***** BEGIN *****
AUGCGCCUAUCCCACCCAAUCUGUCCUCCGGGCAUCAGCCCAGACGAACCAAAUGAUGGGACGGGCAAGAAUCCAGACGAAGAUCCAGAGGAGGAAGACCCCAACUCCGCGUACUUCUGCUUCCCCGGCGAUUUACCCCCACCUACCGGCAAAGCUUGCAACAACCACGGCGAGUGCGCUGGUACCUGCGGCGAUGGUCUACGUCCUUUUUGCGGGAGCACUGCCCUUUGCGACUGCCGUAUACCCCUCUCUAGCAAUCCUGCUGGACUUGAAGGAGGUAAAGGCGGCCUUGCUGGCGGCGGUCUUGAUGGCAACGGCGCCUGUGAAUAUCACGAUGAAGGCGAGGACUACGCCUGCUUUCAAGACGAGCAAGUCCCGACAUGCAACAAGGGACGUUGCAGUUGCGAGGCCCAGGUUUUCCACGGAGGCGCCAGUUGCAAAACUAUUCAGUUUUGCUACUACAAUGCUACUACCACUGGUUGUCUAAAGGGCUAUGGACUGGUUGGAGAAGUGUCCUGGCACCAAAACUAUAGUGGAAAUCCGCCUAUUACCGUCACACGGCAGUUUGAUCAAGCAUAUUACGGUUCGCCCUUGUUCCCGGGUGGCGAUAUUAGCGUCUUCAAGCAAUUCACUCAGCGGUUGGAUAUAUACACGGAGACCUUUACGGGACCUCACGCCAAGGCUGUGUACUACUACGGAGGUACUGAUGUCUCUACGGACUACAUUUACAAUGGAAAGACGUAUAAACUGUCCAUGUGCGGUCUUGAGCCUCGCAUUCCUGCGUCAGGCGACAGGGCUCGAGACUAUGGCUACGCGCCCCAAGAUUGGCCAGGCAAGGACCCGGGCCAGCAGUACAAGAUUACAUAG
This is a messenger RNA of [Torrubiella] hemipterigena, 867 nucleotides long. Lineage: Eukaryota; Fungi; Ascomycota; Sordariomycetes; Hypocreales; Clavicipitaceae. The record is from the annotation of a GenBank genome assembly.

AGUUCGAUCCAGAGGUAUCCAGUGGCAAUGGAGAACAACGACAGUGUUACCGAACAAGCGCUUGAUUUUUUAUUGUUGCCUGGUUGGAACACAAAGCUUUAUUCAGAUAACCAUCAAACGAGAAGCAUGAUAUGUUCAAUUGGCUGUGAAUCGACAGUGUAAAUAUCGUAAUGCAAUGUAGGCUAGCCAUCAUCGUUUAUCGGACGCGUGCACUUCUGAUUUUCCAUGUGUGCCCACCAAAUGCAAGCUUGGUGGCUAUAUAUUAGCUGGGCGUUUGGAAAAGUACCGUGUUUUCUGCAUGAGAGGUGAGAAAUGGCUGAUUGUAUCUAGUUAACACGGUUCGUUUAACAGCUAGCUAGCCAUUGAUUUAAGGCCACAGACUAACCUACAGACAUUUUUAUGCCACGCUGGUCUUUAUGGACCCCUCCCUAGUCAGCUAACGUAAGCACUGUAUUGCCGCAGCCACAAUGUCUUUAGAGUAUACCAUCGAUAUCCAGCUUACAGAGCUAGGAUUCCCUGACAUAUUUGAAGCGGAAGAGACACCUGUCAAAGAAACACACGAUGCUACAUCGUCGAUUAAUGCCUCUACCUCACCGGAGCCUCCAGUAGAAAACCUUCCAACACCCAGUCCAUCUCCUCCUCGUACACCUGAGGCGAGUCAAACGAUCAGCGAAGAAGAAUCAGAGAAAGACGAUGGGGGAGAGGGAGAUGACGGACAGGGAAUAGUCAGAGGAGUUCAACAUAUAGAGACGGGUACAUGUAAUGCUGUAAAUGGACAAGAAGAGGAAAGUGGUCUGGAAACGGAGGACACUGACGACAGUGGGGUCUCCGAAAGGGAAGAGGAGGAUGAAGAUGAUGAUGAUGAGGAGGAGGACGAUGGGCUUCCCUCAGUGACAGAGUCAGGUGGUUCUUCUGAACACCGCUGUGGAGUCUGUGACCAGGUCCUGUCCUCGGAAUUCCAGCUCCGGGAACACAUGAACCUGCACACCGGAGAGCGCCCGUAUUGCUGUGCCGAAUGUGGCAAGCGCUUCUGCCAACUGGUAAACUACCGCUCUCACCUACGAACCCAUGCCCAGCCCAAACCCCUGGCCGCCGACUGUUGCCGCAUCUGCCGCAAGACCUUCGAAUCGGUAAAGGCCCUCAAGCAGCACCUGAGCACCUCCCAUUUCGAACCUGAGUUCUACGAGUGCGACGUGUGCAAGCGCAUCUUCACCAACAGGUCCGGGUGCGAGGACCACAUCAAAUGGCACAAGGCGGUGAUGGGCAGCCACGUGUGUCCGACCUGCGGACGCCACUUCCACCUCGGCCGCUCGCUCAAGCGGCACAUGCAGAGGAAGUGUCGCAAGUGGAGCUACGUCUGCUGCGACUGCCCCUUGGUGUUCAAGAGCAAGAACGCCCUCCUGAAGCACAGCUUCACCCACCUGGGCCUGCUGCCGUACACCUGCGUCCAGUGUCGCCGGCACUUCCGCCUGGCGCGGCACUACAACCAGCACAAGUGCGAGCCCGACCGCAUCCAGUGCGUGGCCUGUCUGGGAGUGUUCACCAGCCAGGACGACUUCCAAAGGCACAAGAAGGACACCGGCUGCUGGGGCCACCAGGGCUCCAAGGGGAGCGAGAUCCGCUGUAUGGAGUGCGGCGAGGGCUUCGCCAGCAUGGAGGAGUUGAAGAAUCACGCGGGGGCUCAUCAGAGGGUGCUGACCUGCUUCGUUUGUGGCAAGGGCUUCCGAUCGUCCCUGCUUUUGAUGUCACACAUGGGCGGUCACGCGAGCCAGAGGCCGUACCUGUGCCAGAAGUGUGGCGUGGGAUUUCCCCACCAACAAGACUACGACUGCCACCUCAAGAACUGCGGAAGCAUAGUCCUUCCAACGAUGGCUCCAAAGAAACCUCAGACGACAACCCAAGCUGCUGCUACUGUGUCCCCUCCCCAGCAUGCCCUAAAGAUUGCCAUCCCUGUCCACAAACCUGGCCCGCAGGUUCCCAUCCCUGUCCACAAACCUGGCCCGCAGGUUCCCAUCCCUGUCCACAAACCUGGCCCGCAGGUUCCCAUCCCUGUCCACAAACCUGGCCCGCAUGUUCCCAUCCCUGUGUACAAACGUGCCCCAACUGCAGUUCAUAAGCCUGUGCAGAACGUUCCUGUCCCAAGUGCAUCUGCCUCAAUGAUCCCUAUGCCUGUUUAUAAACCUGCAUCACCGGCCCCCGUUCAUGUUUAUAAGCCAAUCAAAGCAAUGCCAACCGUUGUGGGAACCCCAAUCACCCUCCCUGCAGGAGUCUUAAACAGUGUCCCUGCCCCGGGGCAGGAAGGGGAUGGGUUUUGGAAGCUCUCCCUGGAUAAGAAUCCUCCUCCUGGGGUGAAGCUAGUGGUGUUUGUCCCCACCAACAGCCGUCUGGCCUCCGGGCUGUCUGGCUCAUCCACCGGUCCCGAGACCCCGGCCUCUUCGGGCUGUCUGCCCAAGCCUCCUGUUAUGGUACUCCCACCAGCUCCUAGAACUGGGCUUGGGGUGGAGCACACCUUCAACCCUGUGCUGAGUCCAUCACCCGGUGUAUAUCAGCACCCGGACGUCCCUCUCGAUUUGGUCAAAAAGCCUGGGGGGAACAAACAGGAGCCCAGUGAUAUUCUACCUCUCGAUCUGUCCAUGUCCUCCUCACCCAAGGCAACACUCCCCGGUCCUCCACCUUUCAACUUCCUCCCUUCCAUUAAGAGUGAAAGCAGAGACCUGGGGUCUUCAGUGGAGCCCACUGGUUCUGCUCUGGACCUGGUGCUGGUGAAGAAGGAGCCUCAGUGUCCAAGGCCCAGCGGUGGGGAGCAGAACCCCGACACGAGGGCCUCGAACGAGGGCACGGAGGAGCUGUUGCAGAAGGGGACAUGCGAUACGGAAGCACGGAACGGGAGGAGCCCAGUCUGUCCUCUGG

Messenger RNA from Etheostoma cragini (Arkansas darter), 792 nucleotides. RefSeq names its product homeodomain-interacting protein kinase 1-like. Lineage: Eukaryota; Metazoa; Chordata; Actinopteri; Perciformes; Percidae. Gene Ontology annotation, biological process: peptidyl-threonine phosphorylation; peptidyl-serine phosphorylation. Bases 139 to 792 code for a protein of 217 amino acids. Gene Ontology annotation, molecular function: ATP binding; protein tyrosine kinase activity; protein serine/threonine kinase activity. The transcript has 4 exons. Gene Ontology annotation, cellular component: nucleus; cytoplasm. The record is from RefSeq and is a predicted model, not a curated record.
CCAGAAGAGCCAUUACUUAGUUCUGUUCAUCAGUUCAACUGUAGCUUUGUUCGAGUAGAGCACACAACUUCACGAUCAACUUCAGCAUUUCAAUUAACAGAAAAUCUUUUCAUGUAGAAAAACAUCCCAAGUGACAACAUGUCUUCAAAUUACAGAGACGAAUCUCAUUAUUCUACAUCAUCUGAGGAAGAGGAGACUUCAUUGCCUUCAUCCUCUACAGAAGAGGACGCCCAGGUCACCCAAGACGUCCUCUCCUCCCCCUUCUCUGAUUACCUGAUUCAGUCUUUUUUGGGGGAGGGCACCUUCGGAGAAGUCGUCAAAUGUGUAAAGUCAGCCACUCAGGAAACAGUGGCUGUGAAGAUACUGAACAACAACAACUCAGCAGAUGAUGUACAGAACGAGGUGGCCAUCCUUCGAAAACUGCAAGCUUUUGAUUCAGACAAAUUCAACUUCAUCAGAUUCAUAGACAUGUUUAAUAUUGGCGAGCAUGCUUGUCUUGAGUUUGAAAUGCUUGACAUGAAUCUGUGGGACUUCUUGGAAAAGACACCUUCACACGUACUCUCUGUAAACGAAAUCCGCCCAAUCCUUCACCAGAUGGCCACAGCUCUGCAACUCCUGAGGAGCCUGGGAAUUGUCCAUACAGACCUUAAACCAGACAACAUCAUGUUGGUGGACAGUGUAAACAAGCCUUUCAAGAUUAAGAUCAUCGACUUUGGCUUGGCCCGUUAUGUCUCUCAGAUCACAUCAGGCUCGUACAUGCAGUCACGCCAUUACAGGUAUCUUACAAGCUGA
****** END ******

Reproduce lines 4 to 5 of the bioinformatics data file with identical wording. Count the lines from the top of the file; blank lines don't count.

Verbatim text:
Messenger RNA from Etheostoma cragini (Arkansas darter), 792 nucleotides. RefSeq names its product homeodomain-interacting protein kinase 1-like. Lineage: Eukaryota; Metazoa; Chordata; Actinopteri; Perciformes; Percidae. Gene Ontology annotation, biological process: peptidyl-threonine phosphorylation; peptidyl-serine phosphorylation. Bases 139 to 792 code for a protein of 217 amino acids. Gene Ontology annotation, molecular function: ATP binding; protein tyrosine kinase activity; protein serine/threonine kinase activity. The transcript has 4 exons. Gene Ontology annotation, cellular component: nucleus; cytoplasm. The record is from RefSeq and is a predicted model, not a curated record.
CCAGAAGAGCCAUUACUUAGUUCUGUUCAUCAGUUCAACUGUAGCUUUGUUCGAGUAGAGCACACAACUUCACGAUCAACUUCAGCAUUUCAAUUAACAGAAAAUCUUUUCAUGUAGAAAAACAUCCCAAGUGACAACAUGUCUUCAAAUUACAGAGACGAAUCUCAUUAUUCUACAUCAUCUGAGGAAGAGGAGACUUCAUUGCCUUCAUCCUCUACAGAAGAGGACGCCCAGGUCACCCAAGACGUCCUCUCCUCCCCCUUCUCUGAUUACCUGAUUCAGUCUUUUUUGGGGGAGGGCACCUUCGGAGAAGUCGUCAAAUGUGUAAAGUCAGCCACUCAGGAAACAGUGGCUGUGAAGAUACUGAACAACAACAACUCAGCAGAUGAUGUACAGAACGAGGUGGCCAUCCUUCGAAAACUGCAAGCUUUUGAUUCAGACAAAUUCAACUUCAUCAGAUUCAUAGACAUGUUUAAUAUUGGCGAGCAUGCUUGUCUUGAGUUUGAAAUGCUUGACAUGAAUCUGUGGGACUUCUUGGAAAAGACACCUUCACACGUACUCUCUGUAAACGAAAUCCGCCCAAUCCUUCACCAGAUGGCCACAGCUCUGCAACUCCUGAGGAGCCUGGGAAUUGUCCAUACAGACCUUAAACCAGACAACAUCAUGUUGGUGGACAGUGUAAACAAGCCUUUCAAGAUUAAGAUCAUCGACUUUGGCUUGGCCCGUUAUGUCUCUCAGAUCACAUCAGGCUCGUACAUGCAGUCACGCCAUUACAGGUAUCUUACAAGCUGA